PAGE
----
Submitted to: Soil & Tillage Research
Publication Type: Peer Reviewed Journal
Publication Acceptance Date: 1/1/2007
Publication Date: 3/1/2007
Citation: Lal, R., Reicosky, D.C., Hanson, J.D. 2007. Evolution of the Plow over 10,000 Years and the Rationale for No-till Farming. Soil & Tillage Research. 93:1-12. Interpretive Summary: The beginning of civilization depended on agriculture for food production -- so does civilization's future. Intensive tillage and use of heavy machinery and agricultural production systems were a cause of mixed blessings. The specific objective is to present a historical perspective on the development of civilization and its dependence on the plow-based agriculture. The soil and environmental impacts of intensive tillage are discussed and the rationale for adopting less intensive forms of tillage with more emphasis on minimum soil disturbance, continuous crop residue cover, and diverse crop rotations are described. Accelerated soil erosion plagued the earth since the dawn of settled agriculture, and has been a major issue in the rise and fall of early civilization. Soil erosion has become a global issue with regard to its on-site impact on productivity and agricultural sustainability. Both water and wind erosion are exacerbated by plow tillage. The agricultural revolution transformed the landscape, ecosystems, vegetation, soils and water resources. These transformations had far reaching and often irreversible impact on the cycles of water and other elements. While it is certainly not a panacea, conversion of plow tillage to no-till farming can address some of the issues by providing alternatives that are environmentally and economically compatible and sustainable while maintaining a high degree of social acceptability. Understanding the role of plow tillage in greenhouse gas emission will enable intelligent policy decisions for improved environmental quality. These results are significant to farmers and policy makers in that intensive tillage results in substantial short-term gaseous losses of carbon dioxide. This information will assist scientists and engineers in developing improved tillage methods to minimize the gaseous loss and to improve soil carbon management. Farmers can develop and utilize new management techniques for enhancing soil carbon by increasing the quantity and quality of crop residues and by changing the type and intensity of tillage. This information will be of direct benefit to the farmers to enable them to maintain crop production with minimal impact on air quality and the environment.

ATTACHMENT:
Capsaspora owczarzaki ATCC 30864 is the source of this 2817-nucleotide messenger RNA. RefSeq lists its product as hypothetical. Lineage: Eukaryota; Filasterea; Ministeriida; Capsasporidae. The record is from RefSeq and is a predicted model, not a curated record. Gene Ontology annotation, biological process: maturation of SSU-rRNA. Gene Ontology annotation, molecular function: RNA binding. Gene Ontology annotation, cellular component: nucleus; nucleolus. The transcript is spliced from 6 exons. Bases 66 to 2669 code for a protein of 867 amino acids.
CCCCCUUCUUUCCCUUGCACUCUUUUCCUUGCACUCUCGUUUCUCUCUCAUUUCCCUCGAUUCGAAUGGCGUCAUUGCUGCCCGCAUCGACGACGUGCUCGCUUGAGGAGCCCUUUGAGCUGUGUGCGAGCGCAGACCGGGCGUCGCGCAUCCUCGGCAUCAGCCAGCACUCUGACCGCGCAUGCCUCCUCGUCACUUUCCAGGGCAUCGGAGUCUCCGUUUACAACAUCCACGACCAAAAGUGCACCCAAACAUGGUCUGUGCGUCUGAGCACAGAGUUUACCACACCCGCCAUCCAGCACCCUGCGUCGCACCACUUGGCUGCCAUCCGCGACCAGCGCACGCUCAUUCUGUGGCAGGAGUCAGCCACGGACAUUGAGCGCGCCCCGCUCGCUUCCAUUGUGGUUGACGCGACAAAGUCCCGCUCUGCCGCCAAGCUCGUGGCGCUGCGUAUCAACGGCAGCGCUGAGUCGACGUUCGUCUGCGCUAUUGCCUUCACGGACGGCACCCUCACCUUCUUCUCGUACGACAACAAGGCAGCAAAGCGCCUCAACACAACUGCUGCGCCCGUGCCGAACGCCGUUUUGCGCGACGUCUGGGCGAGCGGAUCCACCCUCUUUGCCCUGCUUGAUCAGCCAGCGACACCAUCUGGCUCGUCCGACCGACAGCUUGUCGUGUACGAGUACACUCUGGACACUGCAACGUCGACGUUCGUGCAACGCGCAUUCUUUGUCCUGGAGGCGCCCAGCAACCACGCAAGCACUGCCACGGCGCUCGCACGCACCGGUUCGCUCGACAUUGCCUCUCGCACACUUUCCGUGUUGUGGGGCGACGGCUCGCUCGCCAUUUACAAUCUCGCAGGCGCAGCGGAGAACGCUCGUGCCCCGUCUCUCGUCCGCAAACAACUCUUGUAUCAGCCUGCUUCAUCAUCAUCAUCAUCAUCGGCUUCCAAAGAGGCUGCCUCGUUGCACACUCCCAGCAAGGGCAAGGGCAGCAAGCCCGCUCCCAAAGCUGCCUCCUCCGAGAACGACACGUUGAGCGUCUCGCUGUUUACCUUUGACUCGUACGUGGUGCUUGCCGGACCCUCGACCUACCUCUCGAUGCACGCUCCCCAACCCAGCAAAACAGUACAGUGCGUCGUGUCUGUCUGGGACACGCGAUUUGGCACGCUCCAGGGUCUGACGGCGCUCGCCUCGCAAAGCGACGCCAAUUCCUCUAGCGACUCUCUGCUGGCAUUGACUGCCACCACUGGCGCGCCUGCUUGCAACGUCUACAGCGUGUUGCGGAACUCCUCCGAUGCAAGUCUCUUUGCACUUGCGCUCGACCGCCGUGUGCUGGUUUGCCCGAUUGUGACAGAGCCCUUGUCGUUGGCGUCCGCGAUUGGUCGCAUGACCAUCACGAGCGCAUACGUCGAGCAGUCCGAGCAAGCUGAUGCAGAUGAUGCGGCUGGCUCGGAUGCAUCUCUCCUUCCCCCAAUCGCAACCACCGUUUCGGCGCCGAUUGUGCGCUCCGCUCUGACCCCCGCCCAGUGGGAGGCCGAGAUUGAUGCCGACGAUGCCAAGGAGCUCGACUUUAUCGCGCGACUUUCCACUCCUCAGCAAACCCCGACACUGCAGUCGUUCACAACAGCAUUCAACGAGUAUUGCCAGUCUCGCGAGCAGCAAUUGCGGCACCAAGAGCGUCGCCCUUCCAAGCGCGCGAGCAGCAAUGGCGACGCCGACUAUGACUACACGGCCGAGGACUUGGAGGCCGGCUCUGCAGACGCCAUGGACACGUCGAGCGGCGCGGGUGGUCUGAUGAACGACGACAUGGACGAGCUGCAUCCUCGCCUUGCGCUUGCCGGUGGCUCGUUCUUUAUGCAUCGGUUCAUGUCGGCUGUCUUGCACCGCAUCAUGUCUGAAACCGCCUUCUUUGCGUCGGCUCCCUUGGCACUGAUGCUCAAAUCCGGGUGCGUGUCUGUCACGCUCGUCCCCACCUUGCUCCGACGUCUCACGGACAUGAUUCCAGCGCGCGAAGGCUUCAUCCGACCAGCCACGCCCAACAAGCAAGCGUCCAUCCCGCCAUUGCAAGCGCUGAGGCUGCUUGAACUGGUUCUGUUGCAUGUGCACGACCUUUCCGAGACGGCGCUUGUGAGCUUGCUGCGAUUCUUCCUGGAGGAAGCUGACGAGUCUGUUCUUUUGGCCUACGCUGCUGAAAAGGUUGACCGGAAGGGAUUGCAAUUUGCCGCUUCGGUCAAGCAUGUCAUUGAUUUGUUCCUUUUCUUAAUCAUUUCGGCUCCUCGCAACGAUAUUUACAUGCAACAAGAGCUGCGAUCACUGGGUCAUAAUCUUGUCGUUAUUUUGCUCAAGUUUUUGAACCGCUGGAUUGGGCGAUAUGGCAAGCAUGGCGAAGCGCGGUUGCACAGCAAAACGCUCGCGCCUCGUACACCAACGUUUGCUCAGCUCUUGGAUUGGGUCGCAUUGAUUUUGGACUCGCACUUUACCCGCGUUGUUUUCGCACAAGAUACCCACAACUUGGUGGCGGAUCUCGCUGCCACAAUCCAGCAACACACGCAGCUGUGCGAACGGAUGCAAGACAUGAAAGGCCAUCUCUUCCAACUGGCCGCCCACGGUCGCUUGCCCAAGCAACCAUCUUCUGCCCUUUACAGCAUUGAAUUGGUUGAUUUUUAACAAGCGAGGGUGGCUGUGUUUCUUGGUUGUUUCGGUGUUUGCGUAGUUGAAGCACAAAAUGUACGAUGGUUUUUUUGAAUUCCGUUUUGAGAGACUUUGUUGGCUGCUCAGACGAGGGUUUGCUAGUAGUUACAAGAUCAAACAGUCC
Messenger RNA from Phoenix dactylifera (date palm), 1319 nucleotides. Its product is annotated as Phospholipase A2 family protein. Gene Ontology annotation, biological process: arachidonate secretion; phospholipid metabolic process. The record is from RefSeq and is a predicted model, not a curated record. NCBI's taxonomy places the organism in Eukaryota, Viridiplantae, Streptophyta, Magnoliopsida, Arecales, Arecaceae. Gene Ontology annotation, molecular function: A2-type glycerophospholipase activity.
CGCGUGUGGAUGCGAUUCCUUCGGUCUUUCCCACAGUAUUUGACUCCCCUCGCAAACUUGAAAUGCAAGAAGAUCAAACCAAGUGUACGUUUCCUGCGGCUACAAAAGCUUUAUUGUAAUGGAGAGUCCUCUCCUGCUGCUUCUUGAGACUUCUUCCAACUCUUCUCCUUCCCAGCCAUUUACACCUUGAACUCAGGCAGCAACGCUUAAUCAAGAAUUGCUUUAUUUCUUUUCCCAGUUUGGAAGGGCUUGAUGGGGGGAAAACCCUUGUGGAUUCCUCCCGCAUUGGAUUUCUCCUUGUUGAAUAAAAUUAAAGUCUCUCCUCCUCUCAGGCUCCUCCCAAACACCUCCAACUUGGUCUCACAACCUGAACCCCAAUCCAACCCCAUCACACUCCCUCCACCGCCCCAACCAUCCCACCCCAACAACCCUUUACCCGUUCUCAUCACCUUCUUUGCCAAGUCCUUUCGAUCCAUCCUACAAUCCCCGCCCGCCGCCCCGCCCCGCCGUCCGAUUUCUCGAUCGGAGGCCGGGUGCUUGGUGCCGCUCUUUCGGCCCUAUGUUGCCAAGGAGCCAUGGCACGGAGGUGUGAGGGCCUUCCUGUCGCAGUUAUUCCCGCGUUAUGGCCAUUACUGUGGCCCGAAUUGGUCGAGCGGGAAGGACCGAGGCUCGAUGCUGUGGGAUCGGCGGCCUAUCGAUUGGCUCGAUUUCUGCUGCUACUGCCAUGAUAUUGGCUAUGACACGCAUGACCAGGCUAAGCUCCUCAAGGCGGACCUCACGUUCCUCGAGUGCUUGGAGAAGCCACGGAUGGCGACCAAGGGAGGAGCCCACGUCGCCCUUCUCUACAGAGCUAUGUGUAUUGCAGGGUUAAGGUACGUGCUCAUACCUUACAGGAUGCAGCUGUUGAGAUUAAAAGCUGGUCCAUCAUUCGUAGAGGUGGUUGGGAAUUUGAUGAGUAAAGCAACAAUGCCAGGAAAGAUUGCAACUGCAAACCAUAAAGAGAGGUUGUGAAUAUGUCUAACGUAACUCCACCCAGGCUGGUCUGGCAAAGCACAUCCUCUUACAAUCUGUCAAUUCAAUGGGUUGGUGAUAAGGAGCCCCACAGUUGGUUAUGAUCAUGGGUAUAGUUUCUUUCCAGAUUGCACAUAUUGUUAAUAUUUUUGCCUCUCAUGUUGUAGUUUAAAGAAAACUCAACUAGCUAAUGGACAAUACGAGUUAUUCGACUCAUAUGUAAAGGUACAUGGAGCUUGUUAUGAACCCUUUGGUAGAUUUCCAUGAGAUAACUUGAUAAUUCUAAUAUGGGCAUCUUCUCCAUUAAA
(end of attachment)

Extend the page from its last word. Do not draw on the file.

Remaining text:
Technical Abstract: Agriculture originated 10 to 13 millennia ago in the Fertile Crescent of the Near East, mostly along the Tigris, Euphrates, Nile, Indus and Yangtze River valleys and was introduced into Greece and southeast Europe > 8000 years ago. Sumerian and other civilizations developed a wide variety of simple tools (digging sticks) to place and cover seed in the soil that led to more complex paddle-shaped spades or hoes pulled by human or animals. A wooden plow, called "ard," was developed in Mesopotamia about 4000 to 6000 BC that led to the "Triptolemos ard" named after the Greek god and hero. Historical documents and archaeological evidence illustrate the "mystique" of tillage implements that were thought to "nourish the earth" and to "break the drought" as is evidenced in several ancient texts. The ard evolved into the "Roman plow," with an iron plowshare, described by Vergil around 1 AD and was used in Europe until the 5th century. It further evolved into a soil inverting plow during 8th to 10th century. In the U.S., a moldboard plow used was designed by Thomas Jefferson in 1784, patented by Charles Newfold in 1796, and marketed in 1830s as a cast iron plow by a blacksmith named John Deere. Use of the plow expanded rapidly with the introduction of the "steam horse" in 1910 and instigated severe soil erosion and environmental degradation culminating in the Dust Bowl of 1930s. The transition from the moldboard plow through forms of conservation tillage to no till began with the development of 2,4-D after World War II. No till is presently practiced on about 95 million hectares globally. The no-till technologies are very effective in minimizing soil and crop residue disturbance, controlling soil evaporation, minimizing erosion losses, sequestering C in soil and reducing energy needs. However, no-till is effective only with the use of crop residue as mulch, which has numerous competing uses. No-till farming can reduce yield in poorly drained, clayey soils where springs are cold and wet, and site-specific research is needed to enhance its applicability.